Like any other part of the teaching profession, preschool programs are constantly assessing their own quality and practices against the techniques in place at other institutions across the country. From approaches to handwriting and art skills to tips about helping struggling students grasp early socialization skills, there is always a wide range of hot topics for preschooling professionals and parents alike to engage with. If you're currently looking for a great preschool experience for your child, you need to understand these topics well enough to see how prospective programs are engaging with preschool education in 2019 and 2020. Here are a few of the hot topics that have been on the vocational radar for teachers and paraprofessional aides alike.
Access for At-risk Students
One of the biggest conversations happening nationally is around the accessibility of programs to students who most badly need support with developmental skills that will help them be successful in kindergarten and beyond. While many areas have an expansive set of preschool options including both public schools and even sometimes subsidy programs for private preschools, there are quite a few areas of the country where access is still an issue.
Worksheets: Useful? Necessary?
The controversy around worksheets is hardly limited to preschool, but it takes on a special significance at this level of education. Some parents want open, unstructured time for their kids to play and learn social skills and motor coordination in a low-pressure environment. For others, the quantifiable growth of skills documented by worksheets is of utmost importance. Most teachers in preschool programs believe in a balance, but what is the balance? And what skills can a worksheet successfully reinforce?
In the wider educational conversation, the role of worksheets is bound up with the role of homework. As such, they're currently getting a bad reputation as the usefulness and practicality of homework come under fire. They've long been used as the simplest way of getting the “skill and drill” basics out of the way, and learning any new intellectual skill involves repetition and practice, so there's a lot to be said for the appropriate use of worksheets. What they don't do is teach, and that means they need to be used to practice lessons and build skills.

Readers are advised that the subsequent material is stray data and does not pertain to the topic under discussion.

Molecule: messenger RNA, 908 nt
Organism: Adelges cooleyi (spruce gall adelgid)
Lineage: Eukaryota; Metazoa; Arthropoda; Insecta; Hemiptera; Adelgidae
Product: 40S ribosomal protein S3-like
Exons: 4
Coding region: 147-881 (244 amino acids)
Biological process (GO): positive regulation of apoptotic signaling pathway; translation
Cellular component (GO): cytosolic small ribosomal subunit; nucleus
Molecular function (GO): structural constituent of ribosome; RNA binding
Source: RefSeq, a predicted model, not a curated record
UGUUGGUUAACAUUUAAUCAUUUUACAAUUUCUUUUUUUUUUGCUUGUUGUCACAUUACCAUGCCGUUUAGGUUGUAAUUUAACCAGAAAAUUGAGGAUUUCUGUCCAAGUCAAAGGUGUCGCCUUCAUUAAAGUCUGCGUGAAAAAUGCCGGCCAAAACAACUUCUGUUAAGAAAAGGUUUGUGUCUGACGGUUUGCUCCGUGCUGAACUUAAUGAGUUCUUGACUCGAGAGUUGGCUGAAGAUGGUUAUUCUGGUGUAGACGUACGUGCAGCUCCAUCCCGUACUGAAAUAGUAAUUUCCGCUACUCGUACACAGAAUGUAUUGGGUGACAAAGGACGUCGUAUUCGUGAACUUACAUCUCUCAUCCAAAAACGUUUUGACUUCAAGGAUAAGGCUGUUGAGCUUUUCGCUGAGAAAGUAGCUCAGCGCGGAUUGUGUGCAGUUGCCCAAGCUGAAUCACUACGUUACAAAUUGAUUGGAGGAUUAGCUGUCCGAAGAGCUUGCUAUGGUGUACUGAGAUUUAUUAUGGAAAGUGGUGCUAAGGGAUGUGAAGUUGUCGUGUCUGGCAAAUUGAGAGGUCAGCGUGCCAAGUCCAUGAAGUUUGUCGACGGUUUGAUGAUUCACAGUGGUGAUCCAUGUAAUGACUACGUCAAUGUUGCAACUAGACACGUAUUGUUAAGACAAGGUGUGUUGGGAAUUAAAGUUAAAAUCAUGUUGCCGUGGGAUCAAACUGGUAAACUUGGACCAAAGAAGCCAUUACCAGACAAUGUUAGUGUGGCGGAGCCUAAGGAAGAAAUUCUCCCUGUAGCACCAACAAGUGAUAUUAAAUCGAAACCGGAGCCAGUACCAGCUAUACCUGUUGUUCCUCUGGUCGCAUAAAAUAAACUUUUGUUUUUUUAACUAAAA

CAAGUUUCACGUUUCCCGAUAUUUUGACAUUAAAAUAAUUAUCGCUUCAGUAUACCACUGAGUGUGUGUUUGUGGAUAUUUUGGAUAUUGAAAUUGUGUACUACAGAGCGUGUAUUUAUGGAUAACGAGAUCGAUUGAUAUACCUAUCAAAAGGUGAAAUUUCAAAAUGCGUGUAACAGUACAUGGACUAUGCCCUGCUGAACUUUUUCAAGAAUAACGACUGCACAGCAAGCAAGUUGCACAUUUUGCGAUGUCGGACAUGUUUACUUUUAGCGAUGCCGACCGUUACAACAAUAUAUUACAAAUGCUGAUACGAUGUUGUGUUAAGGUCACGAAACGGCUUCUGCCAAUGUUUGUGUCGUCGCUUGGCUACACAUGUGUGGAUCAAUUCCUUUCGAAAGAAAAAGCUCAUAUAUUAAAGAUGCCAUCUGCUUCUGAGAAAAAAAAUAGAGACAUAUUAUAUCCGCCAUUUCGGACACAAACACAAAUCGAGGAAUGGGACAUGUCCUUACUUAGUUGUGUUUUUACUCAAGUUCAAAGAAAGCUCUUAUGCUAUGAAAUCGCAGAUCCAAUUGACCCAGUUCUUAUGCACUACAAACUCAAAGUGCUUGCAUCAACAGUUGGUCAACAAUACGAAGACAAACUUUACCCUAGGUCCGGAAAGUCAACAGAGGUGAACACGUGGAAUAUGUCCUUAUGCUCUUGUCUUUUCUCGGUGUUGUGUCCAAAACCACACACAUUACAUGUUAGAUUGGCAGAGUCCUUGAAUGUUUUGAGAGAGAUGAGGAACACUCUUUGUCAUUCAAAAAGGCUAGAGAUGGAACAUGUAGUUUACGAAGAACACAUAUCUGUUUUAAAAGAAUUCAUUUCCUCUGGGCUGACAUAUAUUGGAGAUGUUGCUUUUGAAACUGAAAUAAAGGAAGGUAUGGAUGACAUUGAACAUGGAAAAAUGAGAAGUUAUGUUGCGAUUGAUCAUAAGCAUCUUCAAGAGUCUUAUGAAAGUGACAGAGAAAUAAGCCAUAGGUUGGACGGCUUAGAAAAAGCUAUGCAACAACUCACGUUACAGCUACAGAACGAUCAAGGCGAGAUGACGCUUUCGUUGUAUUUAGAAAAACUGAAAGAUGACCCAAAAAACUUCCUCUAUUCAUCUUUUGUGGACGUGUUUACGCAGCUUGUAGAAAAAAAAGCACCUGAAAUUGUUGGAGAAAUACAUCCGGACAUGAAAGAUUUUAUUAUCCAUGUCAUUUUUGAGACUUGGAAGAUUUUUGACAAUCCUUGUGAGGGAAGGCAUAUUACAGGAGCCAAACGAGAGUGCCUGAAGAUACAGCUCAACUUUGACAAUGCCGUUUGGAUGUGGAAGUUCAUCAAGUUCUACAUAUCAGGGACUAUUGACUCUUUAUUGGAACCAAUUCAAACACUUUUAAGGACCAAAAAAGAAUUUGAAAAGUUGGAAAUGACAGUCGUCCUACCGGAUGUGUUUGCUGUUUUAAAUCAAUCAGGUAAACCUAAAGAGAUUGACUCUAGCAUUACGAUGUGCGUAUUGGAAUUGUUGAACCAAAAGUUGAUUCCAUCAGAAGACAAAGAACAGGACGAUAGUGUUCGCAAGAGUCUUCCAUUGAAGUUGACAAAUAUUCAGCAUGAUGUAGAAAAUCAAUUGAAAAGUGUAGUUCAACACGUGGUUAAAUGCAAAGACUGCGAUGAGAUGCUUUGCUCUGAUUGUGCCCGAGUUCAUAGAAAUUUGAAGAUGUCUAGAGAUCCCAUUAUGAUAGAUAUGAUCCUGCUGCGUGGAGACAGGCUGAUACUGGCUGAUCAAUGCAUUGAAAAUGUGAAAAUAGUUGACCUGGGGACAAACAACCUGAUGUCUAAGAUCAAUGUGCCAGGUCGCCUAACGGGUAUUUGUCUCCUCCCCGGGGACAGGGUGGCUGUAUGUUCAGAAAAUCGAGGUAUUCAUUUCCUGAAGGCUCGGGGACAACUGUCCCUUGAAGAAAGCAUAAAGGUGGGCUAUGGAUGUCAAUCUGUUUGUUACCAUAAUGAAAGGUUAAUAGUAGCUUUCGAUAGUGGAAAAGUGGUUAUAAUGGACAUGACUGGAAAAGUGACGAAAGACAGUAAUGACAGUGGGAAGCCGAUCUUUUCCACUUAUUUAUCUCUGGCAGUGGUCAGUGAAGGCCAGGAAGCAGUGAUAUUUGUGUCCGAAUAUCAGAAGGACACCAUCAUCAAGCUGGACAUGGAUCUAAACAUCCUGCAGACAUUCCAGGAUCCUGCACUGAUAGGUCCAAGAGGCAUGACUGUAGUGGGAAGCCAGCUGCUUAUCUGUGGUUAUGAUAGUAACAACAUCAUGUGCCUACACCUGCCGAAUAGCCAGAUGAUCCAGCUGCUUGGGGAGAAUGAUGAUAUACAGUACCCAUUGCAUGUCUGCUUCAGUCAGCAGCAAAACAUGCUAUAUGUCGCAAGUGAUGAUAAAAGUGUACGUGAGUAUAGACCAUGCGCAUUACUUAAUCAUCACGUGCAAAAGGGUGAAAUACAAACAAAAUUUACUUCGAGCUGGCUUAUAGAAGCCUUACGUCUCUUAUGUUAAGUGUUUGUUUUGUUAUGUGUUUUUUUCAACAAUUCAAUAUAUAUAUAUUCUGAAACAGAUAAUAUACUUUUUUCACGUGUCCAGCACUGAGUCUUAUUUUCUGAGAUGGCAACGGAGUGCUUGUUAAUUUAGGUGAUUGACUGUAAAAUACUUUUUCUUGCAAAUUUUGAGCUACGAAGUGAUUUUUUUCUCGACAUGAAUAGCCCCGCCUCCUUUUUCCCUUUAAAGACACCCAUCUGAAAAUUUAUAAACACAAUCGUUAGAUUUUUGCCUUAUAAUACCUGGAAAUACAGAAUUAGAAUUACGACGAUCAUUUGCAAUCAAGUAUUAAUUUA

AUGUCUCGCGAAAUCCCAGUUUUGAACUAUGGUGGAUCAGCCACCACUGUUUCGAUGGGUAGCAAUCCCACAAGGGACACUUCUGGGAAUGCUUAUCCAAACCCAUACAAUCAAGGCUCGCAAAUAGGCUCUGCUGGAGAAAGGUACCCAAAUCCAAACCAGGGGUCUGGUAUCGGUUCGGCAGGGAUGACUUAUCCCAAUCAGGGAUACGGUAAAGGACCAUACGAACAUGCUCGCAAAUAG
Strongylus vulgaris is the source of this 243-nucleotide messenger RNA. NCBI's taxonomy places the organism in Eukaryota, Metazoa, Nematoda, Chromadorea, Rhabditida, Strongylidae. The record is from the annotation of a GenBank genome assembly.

In preschool programs, worksheets are most useful when they help students with the building blocks of skills they can transfer into a more creative, open-ended method of self-expression. Examples would be worksheets that build handwriting fundamentals while giving students the chance to practice letter and number identification, as well as those designed to help them learn more about how colors work while reinforcing the motor skills involved in creating visual art. No matter where your views lie on the issue of worksheet use, you really need to make sure you're sending your child to a preschool program that shares your priorities.
Handwriting Programs and Expectations
It's no secret the educational process has been getting more and more dense over the past few decades as the information revolution demands more and more skilled labor directly from high school. The result has been a push to begin with the fundamentals earlier and earlier, but there is a downward limit to what can be folded into early education because of the rate at which motor skills develop. As a result, handwriting is a hot topic for preschool teachers who often find themselves taking on the educational obligations that belonged in a kindergarten or even first-grade curriculum just fifteen or twenty years ago. Finding a program with a realistic approach to goal-setting here and a good method for building those skills without over-stressing students is vital, and a school's approach to this topic is often inextricably linked to its views on worksheets and on unstructured playtime.
The best programs find a good balance of skills, socialization, creativity, and instruction that allows students to grow in a supportive environment. That means you need a program that takes handwriting seriously but that doesn't make it a high-pressure activity. Looking for a place that builds those skills regularly, but at a leisurely pace, can make a huge difference. Handwriting skills also translate to other motor skills, and practice can help there too, so ask about how the program treats art time and how cross-discipline skills like the use of pencils and other writing and drawing tools are handled.
Give Your Child a Great Start
Some of these conversations don't have an easy right or wrong answer, because the positions are very nuanced. In many cases, an indicator of a great program isn't their position with regard to these issues but how well thought out it is and how they roll it out to their students. Keep that in mind as you begin to engage with educational professionals and you will have an easy time finding a great preschool for your kids.